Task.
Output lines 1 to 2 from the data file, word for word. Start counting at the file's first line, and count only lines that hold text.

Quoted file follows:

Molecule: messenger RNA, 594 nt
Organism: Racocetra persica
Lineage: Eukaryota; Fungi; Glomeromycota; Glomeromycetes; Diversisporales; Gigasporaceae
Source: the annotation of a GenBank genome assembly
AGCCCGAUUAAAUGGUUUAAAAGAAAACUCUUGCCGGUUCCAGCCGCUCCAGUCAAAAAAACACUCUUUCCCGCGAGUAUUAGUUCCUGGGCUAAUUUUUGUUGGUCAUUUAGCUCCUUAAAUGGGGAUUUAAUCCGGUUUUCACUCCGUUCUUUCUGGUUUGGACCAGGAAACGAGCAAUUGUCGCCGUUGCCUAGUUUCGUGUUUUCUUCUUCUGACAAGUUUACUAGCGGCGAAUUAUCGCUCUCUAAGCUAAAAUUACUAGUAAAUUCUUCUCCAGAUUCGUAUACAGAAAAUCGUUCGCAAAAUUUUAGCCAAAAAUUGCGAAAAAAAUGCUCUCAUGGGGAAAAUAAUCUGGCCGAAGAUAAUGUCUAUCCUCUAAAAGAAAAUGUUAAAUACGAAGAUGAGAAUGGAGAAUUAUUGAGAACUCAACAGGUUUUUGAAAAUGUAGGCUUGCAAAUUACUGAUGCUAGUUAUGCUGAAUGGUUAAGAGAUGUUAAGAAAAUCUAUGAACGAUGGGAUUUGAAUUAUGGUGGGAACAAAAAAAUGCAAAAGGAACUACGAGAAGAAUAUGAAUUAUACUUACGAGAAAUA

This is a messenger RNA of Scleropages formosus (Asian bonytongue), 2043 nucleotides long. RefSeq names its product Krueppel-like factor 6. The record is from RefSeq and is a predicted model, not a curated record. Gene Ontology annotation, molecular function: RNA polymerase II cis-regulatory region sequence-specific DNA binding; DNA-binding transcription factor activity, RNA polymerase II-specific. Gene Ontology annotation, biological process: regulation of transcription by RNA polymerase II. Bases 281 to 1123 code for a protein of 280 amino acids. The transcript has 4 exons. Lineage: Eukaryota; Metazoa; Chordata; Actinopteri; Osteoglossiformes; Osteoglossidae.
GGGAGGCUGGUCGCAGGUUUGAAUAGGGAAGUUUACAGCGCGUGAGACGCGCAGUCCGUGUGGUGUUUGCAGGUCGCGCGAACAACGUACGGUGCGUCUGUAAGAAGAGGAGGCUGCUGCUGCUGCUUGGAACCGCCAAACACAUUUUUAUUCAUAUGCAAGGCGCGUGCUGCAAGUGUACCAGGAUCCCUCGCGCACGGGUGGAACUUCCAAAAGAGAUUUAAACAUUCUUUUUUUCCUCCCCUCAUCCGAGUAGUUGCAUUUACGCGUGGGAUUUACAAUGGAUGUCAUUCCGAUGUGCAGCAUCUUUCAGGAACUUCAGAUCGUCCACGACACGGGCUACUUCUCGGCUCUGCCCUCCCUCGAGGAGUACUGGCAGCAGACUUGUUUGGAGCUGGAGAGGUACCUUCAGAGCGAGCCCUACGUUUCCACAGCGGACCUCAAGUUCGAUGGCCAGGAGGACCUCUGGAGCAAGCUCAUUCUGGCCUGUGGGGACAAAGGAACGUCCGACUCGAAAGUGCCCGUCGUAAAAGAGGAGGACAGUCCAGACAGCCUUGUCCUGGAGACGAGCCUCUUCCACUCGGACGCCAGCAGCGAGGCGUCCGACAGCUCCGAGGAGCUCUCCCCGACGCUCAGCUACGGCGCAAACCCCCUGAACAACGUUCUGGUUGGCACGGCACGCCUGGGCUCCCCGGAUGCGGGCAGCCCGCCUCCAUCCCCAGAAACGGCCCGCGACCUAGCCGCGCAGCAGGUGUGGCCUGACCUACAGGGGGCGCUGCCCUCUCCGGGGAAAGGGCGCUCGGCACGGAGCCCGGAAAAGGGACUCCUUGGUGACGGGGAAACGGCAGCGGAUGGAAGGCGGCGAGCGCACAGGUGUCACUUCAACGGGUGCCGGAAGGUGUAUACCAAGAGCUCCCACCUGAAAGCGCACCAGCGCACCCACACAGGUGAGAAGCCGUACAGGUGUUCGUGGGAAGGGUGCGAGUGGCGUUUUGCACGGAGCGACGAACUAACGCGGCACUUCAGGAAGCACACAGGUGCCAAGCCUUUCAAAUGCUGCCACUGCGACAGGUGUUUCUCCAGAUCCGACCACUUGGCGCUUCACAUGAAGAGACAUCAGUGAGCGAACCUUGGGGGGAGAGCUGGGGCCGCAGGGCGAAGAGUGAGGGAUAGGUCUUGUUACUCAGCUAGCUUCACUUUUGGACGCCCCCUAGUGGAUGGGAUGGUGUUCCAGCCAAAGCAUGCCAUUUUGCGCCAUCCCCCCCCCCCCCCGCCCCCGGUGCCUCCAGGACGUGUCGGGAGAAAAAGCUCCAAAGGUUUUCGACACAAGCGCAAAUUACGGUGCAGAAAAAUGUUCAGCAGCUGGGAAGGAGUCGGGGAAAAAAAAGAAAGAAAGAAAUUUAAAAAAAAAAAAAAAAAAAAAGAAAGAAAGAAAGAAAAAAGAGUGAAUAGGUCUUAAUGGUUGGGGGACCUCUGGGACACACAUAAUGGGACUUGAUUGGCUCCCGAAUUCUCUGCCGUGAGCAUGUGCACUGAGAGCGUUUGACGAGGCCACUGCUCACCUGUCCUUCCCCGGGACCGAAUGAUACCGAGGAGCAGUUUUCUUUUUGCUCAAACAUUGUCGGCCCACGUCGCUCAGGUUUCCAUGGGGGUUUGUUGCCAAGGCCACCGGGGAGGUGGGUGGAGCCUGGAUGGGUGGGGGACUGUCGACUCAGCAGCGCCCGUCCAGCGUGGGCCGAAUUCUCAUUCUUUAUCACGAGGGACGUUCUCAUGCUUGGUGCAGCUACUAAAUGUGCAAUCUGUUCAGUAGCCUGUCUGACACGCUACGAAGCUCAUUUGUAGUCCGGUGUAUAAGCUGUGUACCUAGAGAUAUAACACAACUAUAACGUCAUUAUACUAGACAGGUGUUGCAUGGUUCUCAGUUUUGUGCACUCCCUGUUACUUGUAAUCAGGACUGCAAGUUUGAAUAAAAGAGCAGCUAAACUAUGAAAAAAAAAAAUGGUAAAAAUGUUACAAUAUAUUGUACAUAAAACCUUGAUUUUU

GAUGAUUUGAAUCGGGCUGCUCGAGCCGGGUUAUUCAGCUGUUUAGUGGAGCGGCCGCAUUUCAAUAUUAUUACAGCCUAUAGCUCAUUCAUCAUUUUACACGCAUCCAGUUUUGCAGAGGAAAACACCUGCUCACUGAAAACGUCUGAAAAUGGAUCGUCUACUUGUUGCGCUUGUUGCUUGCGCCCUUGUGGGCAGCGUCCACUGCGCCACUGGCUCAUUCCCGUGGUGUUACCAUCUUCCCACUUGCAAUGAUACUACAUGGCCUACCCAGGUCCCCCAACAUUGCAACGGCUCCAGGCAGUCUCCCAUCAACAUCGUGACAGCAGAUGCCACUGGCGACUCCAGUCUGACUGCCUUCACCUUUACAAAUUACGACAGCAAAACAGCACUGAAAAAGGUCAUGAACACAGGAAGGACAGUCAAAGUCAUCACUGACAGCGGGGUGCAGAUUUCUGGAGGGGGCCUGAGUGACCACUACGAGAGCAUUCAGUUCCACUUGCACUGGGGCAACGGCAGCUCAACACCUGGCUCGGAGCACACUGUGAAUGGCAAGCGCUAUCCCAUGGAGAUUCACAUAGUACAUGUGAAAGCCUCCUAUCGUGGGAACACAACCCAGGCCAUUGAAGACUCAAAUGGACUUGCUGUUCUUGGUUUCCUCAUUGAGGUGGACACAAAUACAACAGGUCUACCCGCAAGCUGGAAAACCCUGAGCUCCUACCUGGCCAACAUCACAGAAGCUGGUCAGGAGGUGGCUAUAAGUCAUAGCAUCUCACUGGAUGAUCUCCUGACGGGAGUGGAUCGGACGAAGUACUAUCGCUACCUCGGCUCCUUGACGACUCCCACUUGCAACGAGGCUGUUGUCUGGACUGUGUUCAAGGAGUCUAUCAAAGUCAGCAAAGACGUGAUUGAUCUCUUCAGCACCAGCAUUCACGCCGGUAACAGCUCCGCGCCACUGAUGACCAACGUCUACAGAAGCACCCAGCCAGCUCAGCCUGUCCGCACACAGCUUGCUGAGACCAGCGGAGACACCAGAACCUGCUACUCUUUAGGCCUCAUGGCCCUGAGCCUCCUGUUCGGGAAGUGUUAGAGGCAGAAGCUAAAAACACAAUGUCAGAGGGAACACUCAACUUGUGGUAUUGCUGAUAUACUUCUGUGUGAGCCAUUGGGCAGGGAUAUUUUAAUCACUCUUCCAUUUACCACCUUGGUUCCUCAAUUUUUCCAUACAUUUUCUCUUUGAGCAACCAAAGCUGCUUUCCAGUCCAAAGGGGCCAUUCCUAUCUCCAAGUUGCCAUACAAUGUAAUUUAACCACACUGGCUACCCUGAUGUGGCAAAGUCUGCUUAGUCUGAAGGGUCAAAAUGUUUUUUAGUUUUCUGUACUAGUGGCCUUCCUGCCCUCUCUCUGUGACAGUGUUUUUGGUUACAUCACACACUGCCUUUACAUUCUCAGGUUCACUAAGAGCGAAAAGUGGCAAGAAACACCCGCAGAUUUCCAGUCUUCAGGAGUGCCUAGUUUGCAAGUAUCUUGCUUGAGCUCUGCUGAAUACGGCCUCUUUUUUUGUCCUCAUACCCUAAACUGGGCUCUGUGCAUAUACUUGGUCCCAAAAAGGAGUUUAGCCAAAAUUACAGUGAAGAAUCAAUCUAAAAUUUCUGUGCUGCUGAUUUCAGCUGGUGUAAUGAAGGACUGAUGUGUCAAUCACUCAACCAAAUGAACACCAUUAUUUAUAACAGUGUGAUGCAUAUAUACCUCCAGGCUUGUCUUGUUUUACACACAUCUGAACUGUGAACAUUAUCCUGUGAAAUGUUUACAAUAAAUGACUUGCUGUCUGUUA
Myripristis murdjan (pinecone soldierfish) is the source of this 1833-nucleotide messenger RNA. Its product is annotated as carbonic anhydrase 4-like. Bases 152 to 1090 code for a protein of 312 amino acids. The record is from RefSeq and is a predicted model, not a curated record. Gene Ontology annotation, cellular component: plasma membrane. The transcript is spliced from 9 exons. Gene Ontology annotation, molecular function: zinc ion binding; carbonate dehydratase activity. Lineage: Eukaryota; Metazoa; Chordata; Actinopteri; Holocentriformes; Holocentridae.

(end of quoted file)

Molecule: messenger RNA, 594 nt
Organism: Racocetra persica